And that‘s—I mean that.

CARLSON:  Troublemaker.

Still to come, more from “Dancing with the Stars.”  Now I know some of the show‘s backstage secrets.  We‘ll reveal some just ahead.

And the outrageous backlash against “The Crocodile Hunter.”  Why PETA says Steve Irwin‘s death was “no shock at all,” and it gets uglier.

That story when we come back.


CARLSON:  Time now for “Beat the Press.”

If you watched “Dancing with the Stars” last night you may have seen me and Mario Lopez and Jerry Springer, but lurking in the background was the real star of the show. 



TOM BERGERON, “DANCING WITH THE STARS”:  ... watch to see who‘d win our odd (ph) little trophy this year with their always insightful, professional opinions, general crankiness, go back and wait for your scores. 

None of our stars wants to be the first to take the walk of shame back to their lonely stretch limousine.  Won‘t you help them with your votes—


Yesterday I was with a group of the staff watching you guys rehearse.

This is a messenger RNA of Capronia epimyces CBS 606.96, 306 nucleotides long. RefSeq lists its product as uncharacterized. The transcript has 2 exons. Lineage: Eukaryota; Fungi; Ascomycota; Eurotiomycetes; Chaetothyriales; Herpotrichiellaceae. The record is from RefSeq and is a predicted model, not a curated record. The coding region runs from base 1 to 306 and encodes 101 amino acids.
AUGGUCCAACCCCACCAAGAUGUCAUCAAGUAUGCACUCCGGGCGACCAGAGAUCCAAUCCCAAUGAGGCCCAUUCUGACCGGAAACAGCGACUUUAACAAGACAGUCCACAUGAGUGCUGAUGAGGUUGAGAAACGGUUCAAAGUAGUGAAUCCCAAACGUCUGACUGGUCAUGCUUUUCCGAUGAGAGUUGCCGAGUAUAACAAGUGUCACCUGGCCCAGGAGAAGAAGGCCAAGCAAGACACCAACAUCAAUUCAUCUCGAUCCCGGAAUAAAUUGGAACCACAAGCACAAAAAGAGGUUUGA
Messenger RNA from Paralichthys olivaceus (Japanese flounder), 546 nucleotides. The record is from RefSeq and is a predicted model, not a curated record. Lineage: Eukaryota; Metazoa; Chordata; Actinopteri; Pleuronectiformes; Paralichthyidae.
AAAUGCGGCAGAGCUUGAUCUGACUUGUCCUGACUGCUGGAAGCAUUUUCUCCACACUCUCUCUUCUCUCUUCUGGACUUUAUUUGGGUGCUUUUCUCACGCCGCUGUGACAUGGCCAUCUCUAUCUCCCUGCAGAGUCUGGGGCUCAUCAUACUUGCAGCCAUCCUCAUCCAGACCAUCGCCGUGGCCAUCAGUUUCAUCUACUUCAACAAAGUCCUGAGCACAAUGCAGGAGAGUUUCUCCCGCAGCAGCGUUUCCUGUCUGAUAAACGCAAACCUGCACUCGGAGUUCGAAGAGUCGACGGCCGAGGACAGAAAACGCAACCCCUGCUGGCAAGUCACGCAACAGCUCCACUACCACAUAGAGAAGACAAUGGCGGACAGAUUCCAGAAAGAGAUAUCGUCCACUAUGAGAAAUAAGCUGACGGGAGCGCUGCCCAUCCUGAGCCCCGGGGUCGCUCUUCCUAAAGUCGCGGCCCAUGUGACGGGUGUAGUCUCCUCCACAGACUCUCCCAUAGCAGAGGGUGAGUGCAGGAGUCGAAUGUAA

CARLSON:  It‘s just unbelievable.  Where‘s Waldo?  Did you see what all those frames had in common?  That‘s right, our own William G. Geist, though you know him as Willie.  He was in every moment of that show.

Unbelievable.  A natural star. 

Next up, Rosie O‘Donnell and her seconds week as one of the ladies on “The Views,” over on ABC.  Rosie has been pretty well behaved so far—at least for the first 10 minutes of the show.  But after that things get scary and the real Rosie comes out.

Take a look at this. 


ROSIE O‘DONNELL, “THE VIEW”:  Here‘s what you do for diaper rash.  You get a friend who‘s just had a baby, the dog that‘s had babies.  You bring your baby over with the puppies, you let the baby naked, and the dog will lick the baby‘s (INAUDIBLE).


O‘DONNELL:  This is what a doctor told me, because there‘s antiseptic in the dog‘s tongue and the diaper rash will go away. 

You don‘t believe me, but I tried it.


CARLSON:  You get a dog to lick your child‘s crotch and that‘s good?  How long before child protective services shows up, I wonder?  How many more “Views” before the state comes in and does something about it? 

We‘ll find out.  We‘ll keep you posted.

And finally, Nancy Grace, who as we‘ve seen often tends to forget she is supposed to be an interviewer, not an interrogator, she‘s been closely following the story about a 2-year-old missing boy.  His name is Trenton Duckett.